Don't get butthurt over the OED's awesomesauce — ephemeral slang in the dictionary has a rich and delightful history

The 18th century gave us some real treasures—isn't it time we brought "quiddit" back?

Published August 28, 2015 4:06PM (EDT)

  (<a href=''>Masson</a> via <a href=''>Shutterstock</a>)
(Masson via Shutterstock)

“Women chat of fucus this, and fucus that,” sighed Samuel Johnson’s Dictionary of the English Language, 1755. No, fucus isn’t a charming olde English way of spelling ficus, as in tree, or a variant of mucus, as in the intestinal coating soothed by eating immense quantities of yogurt. It means, “paint for the face.” What we now refer to as makeup.

In 1884, the Oxford English Dictionary supplanted Johnson’s dictionary as the Official Arbiter of Real Words. To mixed reactions of delight and horror (awesomesauce, really?), the OED just announced that its latest inductees include rlysideboobbrain fartcat caféSJW, and mkay. As with all words, these new entries carry information regarding the culture that created them, but one fact is inescapable: as Seventeen Magazine posted on its Facebook page, “teen slang runs the world now.”

British English and American English are closely related yet distinct languages now being fused together at the level of a social-media vernacular. (In British English, for example, a “jumper” is a pullover sweater, a “boot” is the trunk of your car, and “Labour” is a political party.) In terms of usage, approximately half of the new OED entries are described as “informal,” with the added stipulation of being “chiefly U.S.” So, yep: “teen slang” captures the trend accurately.

That bruh (as in “male friend”) is now enshrined in the OED is enough to prompt more than a few butthurt (“overly or unjustifiably offended or resentful”) randos (“a person one does not know, especially one regarded as odd, suspicious, or engaging in socially inappropriate behavior”) to threaten to rage-quit (“angrily abandon an activity or pursuit that has become frustrating”) a language that admits words such as Mx (“a title used before a person's surname or full name by those who wish to avoid specifying their gender or by those who prefer not to identify themselves as male or female”) and manspreading ("the practice whereby a man, especially one travelling on public transport, adopts a sitting position with his legs wide apart, in such a way as to encroach on an adjacent seat or seats"). Teeth are gnashed in the comments of NPR's story, of course — see cries of anguish like "modern culture is a vapid wasteland" and "some of these make me want to cry." It's also a cause for mock-alarm from language-loving writers everywhere:

Word snobbery notwithstanding, some of the objections to these latest entries are being driven to despair by the swift morphology of textspeak. By the time that everyone knows what "404" means (“not a clue”), actual teenagers will have moved on to some new acronym their parental units won’t be able to translate. Textspeak ought to have its own dictionary and, in fact, there are several.

By the same token, I also think we’ve forgotten more than a few excellent words -- the kind with vestigial letters and old-fashioned vowels -- that ought to make a comeback, because they fit today’s world perfectly. Thankfully, Samuel Johnson’s Dictionary is not only online, it’s on Twitter. The best of 18th-century snark, delivered to you on your iPhone.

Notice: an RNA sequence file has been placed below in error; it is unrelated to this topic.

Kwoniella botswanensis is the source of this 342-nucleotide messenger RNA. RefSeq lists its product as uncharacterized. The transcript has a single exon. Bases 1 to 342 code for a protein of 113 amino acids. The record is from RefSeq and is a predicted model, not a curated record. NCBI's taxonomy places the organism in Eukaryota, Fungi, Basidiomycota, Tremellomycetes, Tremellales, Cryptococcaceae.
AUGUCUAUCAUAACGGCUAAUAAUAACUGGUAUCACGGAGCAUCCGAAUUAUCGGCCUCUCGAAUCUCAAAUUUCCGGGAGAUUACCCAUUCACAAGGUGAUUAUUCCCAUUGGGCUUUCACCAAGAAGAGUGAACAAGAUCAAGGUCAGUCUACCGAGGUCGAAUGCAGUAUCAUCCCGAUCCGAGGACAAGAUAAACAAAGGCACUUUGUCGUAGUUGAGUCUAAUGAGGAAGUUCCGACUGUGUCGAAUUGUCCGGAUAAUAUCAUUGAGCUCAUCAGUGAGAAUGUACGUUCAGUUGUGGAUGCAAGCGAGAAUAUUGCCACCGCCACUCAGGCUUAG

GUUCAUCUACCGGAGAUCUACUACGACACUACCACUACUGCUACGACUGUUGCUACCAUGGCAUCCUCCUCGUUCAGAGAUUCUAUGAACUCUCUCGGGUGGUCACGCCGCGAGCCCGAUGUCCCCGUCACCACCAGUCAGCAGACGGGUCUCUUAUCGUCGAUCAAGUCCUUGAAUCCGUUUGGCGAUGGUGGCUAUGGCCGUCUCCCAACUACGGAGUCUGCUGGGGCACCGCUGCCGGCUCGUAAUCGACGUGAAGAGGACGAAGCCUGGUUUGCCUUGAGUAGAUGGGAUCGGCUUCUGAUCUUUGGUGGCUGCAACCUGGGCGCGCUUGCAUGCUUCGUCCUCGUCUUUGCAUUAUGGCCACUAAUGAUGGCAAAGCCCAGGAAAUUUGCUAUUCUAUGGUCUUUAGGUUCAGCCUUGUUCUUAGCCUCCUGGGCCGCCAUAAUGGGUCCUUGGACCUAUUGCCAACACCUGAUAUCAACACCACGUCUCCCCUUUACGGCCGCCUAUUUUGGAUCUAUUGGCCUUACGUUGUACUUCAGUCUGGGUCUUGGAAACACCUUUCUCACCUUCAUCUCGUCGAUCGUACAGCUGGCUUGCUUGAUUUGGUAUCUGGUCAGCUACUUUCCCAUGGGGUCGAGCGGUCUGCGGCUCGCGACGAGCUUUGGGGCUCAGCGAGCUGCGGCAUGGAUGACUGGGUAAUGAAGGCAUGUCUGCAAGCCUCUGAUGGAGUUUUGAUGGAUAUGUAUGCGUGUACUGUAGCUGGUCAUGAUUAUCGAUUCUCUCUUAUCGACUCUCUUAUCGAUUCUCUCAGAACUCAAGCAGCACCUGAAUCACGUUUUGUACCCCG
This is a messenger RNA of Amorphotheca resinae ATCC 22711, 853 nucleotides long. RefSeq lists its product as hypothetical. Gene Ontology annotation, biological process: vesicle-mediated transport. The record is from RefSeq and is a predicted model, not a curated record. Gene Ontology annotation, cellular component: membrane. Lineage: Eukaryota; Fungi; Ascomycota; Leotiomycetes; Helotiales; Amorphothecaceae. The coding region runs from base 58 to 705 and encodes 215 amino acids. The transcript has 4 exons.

ADDLE: Originally applied to eggs… as… grow rotten under the hen; thence transferred to brains that produce nothing.

ADVICE-BOAT: A vessel employed to bring intelligence.

BARRATOR. A “stirrer up of quarrels" and an "encourager of law suits."

BACKFRIEND. A friend backwards; that is, an enemy in secret.

CACKEREL. A fish, said to make those who eat it laxative.

CYNICK. A philosopher of the snarling or currish sort... a rude man; a snarler; a misanthrope.

EYESERVANT. A servant that works only while watched.

FEUTERER. A dogkeeper: perhaps the cleaner of the kennel.

FICO. An act of contempt done with the fingers, expressing ‘a fig for you.’

FLOOK. The broad part of the anchor which takes hold of the ground.

GRY. Anything of little value: as, the paring of the nails.

HELL-BLACK. Black as hell.

KIBE. An ulcerated chilblain; a chap in the heel caused by the cold.

MORTRESS. A dish of meat of various kinds beaten together.

OYSTERWENCH. A woman whose business is to sell oysters.

PHENICOPTER. A kind of bird, which is thus described by Martial: “Dat mihi penna rubens nomen sed lingua gulosis/ Nostra sapit; quid si garrula lingua foret?”

QUIDDIT. A subtilty; an equivocation. A low word.

RHABARBARATE. Impregnated or tinctured with rhubarb.

STENTOROPHONICK (from Stentor, the Homerical herald, whose voice was as loud as that of fifty men): "loudly speaking."

YOKEMATE. Companion in labour.

By Paula Young Lee

Paula Young Lee is the author of "Deer Hunting in Paris," winner of the 2014 Lowell Thomas "Best Book" award of the Society of American Travel Writers. She is currently writing outdoor adventure books for middle grade and young adults. Follow her on Twitter @paulayounglee

MORE FROM Paula Young Lee

Related Topics ------------------------------------------

Books Dictionary Oed Oxford English Dictionary Slang Words